Tracing the history of the Hepworth film studios from pioneering in the 19th century through the 1960's to today.
The studios started life in March 1896 (some say 1899?), when Cecil Hepworth (1874 – 1953) leased a house called "The Rosary" in Hurst Grove, Walton on Thames, for £36 a year. Here he installed electric lighting and set up one of the first film laboratories in the country.
Together with his cousin Monty Wicks, (hence their trading name "Hepwix") they began to make short films of everyday events, starting with "Express Trains In A Railway Cutting", lasting about 45 seconds, which simply showed two trains passing in a cutting at nearby Byfleet. Other ‘actualities’ were from local news items such as ‘The Ladies Tortoise Race’ and ‘Procession of Prize Cattle’. These were all 50ft short films shot locally - probably to keep costs low. They built a 15ft x 18ft stage in the back garden and among the first films to be made at the new "studio" with its one stage were "The Egg-Laying Man" (1896), and "The Eccentric Dancer".
By the turn of the century the expanded Studios were producing over a hundred short subjects a year. Hepworth filmed the funeral of Queen Victoria (on right) at Marble Arch, London in 1901 which gained a great deal of publicity for the Studio.Cecil Hepworth committed all of the small resources at his disposal to cover the route at various points, and the resulting sales secured the future of his company. The company worked 24 hour shifts for several days to process all the orders that came in for film of the funeral from around the world. At some point "Hepwix" became known as "Hepworth Picture Plays".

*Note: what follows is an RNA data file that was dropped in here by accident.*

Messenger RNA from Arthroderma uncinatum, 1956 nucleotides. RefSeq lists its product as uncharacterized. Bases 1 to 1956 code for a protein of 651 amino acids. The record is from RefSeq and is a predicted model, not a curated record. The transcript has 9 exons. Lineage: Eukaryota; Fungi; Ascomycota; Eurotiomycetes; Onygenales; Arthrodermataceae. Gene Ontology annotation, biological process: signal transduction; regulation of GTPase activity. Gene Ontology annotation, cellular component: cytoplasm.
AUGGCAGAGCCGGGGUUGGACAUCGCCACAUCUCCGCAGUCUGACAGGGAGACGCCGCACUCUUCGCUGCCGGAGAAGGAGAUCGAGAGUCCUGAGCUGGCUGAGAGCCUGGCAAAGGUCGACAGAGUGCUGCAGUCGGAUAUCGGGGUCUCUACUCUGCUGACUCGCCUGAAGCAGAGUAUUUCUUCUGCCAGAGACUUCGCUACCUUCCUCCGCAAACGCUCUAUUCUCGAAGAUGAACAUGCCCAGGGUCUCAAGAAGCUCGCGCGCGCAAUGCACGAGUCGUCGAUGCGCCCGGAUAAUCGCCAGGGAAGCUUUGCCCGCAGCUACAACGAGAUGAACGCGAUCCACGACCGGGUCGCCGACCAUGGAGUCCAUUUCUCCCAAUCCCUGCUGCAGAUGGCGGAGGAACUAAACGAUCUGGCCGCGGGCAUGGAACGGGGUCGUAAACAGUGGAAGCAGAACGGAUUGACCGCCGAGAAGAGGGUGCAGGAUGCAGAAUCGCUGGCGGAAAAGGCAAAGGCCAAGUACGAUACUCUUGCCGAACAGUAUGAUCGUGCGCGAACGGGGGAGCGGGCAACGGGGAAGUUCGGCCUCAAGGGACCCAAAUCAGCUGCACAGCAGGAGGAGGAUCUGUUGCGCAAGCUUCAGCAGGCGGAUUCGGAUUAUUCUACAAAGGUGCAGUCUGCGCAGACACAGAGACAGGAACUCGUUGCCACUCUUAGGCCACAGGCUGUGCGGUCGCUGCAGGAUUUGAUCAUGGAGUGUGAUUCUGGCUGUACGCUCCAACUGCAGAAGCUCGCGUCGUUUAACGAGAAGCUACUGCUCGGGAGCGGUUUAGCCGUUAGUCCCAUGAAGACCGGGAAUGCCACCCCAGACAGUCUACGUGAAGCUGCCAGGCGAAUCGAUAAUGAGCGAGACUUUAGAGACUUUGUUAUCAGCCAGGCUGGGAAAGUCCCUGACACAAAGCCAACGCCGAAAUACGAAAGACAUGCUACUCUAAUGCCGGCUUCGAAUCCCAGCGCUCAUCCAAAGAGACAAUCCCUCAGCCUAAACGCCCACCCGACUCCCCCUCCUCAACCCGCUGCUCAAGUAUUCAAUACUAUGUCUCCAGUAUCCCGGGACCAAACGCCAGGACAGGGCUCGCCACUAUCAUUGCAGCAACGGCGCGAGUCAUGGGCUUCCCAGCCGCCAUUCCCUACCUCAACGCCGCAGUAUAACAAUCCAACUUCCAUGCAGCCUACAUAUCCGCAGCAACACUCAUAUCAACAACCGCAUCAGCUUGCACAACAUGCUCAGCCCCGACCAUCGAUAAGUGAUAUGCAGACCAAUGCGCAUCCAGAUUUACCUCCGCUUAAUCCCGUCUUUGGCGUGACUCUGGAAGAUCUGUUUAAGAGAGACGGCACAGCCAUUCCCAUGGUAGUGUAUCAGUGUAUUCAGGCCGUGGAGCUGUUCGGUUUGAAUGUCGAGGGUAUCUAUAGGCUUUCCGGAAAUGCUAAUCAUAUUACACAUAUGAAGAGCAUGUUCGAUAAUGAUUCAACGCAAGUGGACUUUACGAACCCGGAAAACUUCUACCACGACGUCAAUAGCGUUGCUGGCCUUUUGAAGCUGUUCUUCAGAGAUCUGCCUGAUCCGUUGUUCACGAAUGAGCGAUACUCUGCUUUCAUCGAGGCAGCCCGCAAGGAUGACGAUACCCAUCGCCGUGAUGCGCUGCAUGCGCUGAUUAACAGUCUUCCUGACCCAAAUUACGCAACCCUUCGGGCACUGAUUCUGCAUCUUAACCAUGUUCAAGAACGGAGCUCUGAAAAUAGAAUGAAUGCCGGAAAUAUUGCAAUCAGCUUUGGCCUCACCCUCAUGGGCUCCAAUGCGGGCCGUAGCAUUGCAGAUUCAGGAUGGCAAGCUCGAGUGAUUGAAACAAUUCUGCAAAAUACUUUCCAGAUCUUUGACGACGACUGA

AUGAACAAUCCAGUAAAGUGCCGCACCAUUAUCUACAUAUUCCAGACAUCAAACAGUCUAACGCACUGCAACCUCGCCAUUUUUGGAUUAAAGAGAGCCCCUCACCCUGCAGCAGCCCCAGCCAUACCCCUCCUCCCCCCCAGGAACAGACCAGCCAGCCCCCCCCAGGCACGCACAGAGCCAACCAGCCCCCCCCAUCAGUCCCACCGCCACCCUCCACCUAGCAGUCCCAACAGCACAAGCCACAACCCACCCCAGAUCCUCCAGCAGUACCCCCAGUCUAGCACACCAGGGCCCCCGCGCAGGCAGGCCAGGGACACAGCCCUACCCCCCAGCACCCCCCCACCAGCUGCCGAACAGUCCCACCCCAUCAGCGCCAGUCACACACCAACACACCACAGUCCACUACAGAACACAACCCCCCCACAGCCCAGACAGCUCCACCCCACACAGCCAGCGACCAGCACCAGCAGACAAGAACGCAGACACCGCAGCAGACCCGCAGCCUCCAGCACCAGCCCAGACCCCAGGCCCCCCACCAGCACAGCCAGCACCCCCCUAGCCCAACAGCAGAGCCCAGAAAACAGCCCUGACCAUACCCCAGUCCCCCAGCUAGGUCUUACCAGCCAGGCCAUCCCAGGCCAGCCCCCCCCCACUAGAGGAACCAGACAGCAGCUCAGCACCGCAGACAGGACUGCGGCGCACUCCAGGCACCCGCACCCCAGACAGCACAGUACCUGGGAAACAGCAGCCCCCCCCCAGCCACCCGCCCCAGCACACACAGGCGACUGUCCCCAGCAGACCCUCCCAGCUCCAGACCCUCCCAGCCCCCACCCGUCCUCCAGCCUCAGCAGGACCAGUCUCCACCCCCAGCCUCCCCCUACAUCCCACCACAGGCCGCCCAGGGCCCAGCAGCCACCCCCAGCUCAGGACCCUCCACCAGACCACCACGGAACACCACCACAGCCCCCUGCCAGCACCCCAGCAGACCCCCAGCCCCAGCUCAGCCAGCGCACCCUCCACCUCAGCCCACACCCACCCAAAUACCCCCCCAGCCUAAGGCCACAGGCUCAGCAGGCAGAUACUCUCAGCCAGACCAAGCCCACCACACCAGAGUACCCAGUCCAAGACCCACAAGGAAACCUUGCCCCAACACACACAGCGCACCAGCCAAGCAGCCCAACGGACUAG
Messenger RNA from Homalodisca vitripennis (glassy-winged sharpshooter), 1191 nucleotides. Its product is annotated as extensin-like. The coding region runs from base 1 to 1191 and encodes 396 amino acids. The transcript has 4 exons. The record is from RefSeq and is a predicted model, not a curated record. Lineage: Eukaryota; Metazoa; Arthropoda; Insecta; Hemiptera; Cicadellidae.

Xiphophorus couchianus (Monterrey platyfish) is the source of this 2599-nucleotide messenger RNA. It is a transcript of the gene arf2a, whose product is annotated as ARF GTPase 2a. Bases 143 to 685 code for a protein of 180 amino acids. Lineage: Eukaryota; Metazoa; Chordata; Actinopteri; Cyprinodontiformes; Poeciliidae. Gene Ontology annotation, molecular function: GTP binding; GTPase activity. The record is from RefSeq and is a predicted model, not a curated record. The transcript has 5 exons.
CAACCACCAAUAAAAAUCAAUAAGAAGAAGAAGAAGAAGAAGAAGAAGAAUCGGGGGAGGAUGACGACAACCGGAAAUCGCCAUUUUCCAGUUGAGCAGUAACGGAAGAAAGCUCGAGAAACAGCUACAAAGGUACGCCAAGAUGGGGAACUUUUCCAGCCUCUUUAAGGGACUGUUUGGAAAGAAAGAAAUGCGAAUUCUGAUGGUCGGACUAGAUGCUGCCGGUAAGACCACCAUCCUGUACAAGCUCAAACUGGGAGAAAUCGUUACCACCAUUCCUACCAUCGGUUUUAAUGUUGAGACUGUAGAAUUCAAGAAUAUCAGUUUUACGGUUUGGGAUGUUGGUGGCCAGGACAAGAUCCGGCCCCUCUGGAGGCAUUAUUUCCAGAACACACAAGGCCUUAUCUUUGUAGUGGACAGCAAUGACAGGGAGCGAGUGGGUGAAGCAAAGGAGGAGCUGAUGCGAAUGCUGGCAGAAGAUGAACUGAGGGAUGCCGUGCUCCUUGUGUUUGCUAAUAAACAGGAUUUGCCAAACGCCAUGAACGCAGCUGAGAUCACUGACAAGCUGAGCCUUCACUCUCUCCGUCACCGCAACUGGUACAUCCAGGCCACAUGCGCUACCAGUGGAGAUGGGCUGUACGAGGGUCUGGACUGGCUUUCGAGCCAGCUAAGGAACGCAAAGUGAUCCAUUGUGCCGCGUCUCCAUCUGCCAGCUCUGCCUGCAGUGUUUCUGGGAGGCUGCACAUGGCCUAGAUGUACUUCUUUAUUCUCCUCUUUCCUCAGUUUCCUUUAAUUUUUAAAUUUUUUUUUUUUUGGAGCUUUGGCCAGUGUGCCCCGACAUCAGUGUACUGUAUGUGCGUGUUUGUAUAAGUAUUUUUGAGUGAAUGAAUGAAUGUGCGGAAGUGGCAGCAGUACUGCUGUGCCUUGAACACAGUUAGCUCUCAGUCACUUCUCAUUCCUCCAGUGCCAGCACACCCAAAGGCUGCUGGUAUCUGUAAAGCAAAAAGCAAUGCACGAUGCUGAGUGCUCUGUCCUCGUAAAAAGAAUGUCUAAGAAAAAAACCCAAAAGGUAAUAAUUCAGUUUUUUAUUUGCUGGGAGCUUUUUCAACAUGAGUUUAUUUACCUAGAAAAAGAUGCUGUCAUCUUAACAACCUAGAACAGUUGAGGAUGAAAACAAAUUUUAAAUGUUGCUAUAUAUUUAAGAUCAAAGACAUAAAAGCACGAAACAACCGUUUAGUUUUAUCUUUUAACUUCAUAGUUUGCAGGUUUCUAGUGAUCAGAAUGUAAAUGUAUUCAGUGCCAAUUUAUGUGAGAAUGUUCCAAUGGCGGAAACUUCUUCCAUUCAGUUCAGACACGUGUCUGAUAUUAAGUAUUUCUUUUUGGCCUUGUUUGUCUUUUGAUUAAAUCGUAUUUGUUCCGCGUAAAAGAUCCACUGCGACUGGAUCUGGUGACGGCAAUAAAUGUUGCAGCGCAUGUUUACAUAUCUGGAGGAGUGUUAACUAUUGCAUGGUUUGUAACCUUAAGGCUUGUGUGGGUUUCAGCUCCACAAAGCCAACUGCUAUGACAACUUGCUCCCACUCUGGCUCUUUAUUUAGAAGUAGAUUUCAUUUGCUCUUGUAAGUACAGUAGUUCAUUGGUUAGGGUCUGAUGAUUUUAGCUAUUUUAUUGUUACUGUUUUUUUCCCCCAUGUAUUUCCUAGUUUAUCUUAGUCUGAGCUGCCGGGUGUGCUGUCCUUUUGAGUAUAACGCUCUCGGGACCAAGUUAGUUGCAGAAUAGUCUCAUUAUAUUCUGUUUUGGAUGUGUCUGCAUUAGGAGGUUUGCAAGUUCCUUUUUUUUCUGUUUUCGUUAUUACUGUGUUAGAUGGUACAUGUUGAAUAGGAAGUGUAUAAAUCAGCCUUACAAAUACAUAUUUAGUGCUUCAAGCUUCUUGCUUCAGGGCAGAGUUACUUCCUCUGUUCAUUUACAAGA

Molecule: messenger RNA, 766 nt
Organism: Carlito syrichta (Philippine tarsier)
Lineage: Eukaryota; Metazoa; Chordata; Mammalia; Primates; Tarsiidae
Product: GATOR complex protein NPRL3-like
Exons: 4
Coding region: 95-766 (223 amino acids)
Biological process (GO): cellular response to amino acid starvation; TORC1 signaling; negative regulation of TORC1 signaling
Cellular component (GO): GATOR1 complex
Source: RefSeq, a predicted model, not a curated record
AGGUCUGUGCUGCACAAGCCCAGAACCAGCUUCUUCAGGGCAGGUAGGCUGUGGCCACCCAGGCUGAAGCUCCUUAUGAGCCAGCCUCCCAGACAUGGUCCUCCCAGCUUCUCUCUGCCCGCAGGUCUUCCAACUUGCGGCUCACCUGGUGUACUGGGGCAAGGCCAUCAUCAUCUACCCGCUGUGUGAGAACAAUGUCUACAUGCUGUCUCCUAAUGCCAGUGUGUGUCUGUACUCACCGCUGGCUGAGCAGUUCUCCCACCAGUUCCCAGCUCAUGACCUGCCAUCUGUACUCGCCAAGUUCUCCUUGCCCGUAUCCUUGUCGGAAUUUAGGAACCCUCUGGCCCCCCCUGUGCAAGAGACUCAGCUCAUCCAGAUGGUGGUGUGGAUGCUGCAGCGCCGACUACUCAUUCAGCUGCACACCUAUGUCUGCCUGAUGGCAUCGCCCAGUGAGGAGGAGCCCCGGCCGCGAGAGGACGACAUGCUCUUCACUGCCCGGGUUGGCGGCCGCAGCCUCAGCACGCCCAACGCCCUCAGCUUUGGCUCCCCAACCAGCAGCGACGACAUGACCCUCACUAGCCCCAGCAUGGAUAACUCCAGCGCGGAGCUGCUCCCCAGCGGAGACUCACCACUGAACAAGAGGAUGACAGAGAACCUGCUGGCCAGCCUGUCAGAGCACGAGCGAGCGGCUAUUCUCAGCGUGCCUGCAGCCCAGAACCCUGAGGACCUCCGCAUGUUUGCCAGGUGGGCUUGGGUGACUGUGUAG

In 1905 Hepworth built his first indoor studio, still relying on daylight and therefore situated on the first floor where more natural light was available, with laboratories for processing, cutting etc. beneath.
In the early days he made much of the documentary, filming scenes of British troops departing for and returning from the Boer War, and perhaps one of the earliest films of British politicians and of the Royal Family. During this time Hepworth presented the first cinema Royal Command Performance.
His studios made Documentaries, Classics, Melodrama, Horror, Scenic films, Comedies (notably the "Tilly" series), Heritage films, Location films in Brighton and Ireland, you name it!
Hepworth was primarily a producer more than an actual film-maker but did on occasion, write, direct, edit, photograph and star in many films, however many of the films credited to him were in fact the work of his associated Percy Slow and Lewin Fitzhamon, the latter co-directed perhaps Hepworth's most celebrated work 'Rescued by Rover' (1905) as well as other inventive comic films such as 'The Other Side of the Hedge' (1905) and 'That Fatal Sneeze' (1907). Alice in Wonderland, an 800 foot film produced in 1904, was the largest such project that had been attempted at the time. It was shot at Mount Felix, Walton, just round the corner from Hurst Grove.